Revisiting the Audiogram – or How to Communicate Hearing Loss Effectively

By Jeanette Blom

How can we help people with hearing loss and professionals understand and explain hearing loss effectively? This question was at the heart of the latest Ida Institute innovation workshop, "Understanding My Hearing," which took place on 4-5 December in Skodsborg, Denmark.

Bringing together an international group of people with hearing loss, hearing care professionals and academics, the workshop looked at the role of the audiogram in the appointment and what can be done to improve the way hearing test results are communicated.

Pros and cons of the audiogram

The audiogram is central to the professionals understanding of a person’s hearing loss. However, many people struggle to understand the meaning of the audiogram. In a recent survey conducted of people with hearing loss by the Ida Institute, respondents said that, on average, they only understood 60% of what their hearing care professional told them. They also felt they would be able to relate only 50% of what they were told to a friend or a family member.

While many hearing care professionals admit that the audiogram has its limitations in conveying important information to people with hearing loss due to its complexity, it is integral to measuring a person’s hearing status and remains to clinicians what one of the participants referred to as “the safe starting point.”

“We cannot get rid of the audiogram altogether because it plays an important role in terms of diagnostics,” Ida Institute Managing Director Lise Lotte Bundesen reminded participants at the beginning of the workshop. “Whatever we come up with has to be something that lives with the audiogram.”

While the audiogram serves a particular purpose of measuring a person’s hearing ability, it does not reflect their full hearing experience. People’s biggest concerns upon having their hearing tested revolve around what they can and cannot hear and how it will affect their lives. The challenge is therefore to create tools and methods that can improve communication between the professional and their client.

No one size fits all

There is great variation in how hearing care professionals explain the audiogram to their clients and in the level of detail that they choose to provide. “There doesn’t seem to be any consistency in the way each audiologist explains the audiogram,” said one of the participant.

This also reflects the fact that people’s information needs are very different. While some may understand and appreciate the information that the audiogram provides, it has no value for others. In addition, people’s information needs change over time. 

There was a general consensus among participants that no one size fits all, and one of the challenges is therefore to create resources that can accommodate for different information needs and be adapted to the individual.

Making sense of hearing loss

The participants also discussed what terminology to use and how to provide context that can help people with hearing loss make sense of the data.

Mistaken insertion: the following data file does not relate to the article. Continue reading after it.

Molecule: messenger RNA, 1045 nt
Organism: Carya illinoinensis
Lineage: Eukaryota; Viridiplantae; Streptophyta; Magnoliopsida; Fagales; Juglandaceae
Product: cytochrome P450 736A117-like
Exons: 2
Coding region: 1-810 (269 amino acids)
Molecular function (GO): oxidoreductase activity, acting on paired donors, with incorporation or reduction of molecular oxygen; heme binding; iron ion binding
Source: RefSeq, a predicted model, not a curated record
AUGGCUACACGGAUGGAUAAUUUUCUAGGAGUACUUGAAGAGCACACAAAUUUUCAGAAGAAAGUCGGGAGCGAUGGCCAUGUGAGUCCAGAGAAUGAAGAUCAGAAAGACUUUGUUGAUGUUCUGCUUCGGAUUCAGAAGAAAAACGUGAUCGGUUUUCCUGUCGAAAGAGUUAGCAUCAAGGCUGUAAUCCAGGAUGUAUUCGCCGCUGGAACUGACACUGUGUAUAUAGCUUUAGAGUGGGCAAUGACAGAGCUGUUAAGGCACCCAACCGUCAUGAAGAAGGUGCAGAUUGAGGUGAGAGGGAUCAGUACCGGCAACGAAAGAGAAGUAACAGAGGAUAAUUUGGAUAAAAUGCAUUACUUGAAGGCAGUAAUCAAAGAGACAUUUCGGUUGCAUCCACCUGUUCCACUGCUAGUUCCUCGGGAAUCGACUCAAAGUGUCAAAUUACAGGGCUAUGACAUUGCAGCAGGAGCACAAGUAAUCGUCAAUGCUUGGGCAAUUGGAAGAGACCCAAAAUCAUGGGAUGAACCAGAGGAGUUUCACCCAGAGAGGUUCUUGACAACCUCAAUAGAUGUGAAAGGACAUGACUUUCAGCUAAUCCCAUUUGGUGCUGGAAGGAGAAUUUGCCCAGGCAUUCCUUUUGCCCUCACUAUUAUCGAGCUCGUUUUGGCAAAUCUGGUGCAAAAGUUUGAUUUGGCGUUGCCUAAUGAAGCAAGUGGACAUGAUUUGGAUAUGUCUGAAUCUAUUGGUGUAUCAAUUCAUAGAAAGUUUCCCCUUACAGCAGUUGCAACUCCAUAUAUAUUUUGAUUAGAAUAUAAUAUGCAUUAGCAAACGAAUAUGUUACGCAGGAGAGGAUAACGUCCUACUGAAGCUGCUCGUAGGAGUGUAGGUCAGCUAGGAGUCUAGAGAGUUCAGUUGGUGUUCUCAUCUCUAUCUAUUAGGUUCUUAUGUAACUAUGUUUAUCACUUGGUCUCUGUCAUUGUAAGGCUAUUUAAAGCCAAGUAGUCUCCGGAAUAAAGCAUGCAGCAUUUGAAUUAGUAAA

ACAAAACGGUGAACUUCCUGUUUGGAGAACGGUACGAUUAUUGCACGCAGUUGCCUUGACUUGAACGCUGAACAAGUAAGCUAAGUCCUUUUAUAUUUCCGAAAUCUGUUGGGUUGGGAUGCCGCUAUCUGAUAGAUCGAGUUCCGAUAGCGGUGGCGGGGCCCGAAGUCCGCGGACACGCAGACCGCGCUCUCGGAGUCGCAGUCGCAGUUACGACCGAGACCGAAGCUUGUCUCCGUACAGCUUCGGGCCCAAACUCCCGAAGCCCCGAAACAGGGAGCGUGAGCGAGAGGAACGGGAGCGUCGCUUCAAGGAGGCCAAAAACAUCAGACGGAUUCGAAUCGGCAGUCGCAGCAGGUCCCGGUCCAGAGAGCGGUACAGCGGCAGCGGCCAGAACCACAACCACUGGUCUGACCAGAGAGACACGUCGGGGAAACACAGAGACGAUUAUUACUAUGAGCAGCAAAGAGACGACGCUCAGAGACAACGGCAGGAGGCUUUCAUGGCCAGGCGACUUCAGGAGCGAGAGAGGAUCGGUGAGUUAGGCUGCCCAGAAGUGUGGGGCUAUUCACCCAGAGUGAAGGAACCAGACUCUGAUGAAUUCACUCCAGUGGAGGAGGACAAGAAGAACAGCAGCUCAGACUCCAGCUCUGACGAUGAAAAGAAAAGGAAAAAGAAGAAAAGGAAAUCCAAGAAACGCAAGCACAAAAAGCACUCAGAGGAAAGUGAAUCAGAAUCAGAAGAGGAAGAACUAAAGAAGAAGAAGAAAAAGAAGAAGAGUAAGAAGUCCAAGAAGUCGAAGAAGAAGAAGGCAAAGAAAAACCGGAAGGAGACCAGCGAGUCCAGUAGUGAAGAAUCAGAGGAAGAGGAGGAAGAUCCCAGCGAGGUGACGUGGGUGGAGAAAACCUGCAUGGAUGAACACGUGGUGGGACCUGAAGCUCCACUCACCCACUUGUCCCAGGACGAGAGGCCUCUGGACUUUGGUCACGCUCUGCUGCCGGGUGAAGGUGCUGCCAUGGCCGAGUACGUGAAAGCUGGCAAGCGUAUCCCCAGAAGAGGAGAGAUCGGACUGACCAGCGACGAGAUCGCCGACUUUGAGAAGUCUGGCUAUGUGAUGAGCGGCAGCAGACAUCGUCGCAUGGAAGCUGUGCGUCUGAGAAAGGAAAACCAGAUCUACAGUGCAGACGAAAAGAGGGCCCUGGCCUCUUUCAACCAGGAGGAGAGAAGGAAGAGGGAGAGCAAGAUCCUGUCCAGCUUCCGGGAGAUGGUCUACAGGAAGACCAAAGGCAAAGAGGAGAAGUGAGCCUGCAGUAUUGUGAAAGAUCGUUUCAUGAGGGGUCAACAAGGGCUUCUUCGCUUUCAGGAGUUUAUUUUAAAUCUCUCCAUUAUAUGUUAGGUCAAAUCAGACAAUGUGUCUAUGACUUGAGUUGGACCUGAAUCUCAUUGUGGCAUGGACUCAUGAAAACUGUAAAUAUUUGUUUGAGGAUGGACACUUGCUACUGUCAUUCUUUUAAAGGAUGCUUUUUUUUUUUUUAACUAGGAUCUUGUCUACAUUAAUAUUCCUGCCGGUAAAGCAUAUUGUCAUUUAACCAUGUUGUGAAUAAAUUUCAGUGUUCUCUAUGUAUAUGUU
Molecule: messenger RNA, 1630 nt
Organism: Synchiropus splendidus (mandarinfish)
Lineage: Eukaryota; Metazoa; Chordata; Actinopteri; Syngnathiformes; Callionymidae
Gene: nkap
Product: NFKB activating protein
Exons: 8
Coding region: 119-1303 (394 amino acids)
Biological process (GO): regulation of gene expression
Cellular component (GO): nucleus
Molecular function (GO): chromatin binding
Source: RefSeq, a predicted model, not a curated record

“We are very careful about our language when communicating with clients, but it still seems to get in the way. Sometimes even the term audiogram can be a real obstacle,” said one of the hearing care professionals at the workshop.

Beyond the challenge of choosing the right words to describe hearing loss, the participants argued that hearing care professionals must shift their focus from communication difficulty to communication ability. “We tend to focus is on what is lost versus what people still have. We need to emphasize strength rather than loss,” one of the participants argued.

Looking at the bigger picture

The participants also talked about how to help people with hearing loss navigate the appointment and improve the overall client experience. The need to help people with hearing loss prepare for appointments and to provide them with information to take home with them was a recurrent theme. 

“Give your clients resources for after they leave your office,” one of the participant suggested. “Most people are going to need time to process the information you give them.”

“I never realized that the audiogram belonged to me because I’ve never been given a copy of one,” said a workshop participant with hearing loss, illustrating that the road towards better hearing can be bumpy, and that the audiogram also needs to be considered as part of the overall patient journey.

With all of this in mind, participants worked in groups to create new resources that would give people with hearing loss a more visual representation of their hearing status, visual depictions of what to expect during their first hearing care appointment, and methods to organize information so that it is available to them as it becomes relevant.

The participants came up with a number of concrete suggestions for resources that can help hearing care professionals communicate more efficiently with their clients and facilitate a better understanding of hearing test results. Ida will continue to work with these concepts and ideas to develop new tools and resources in the new year.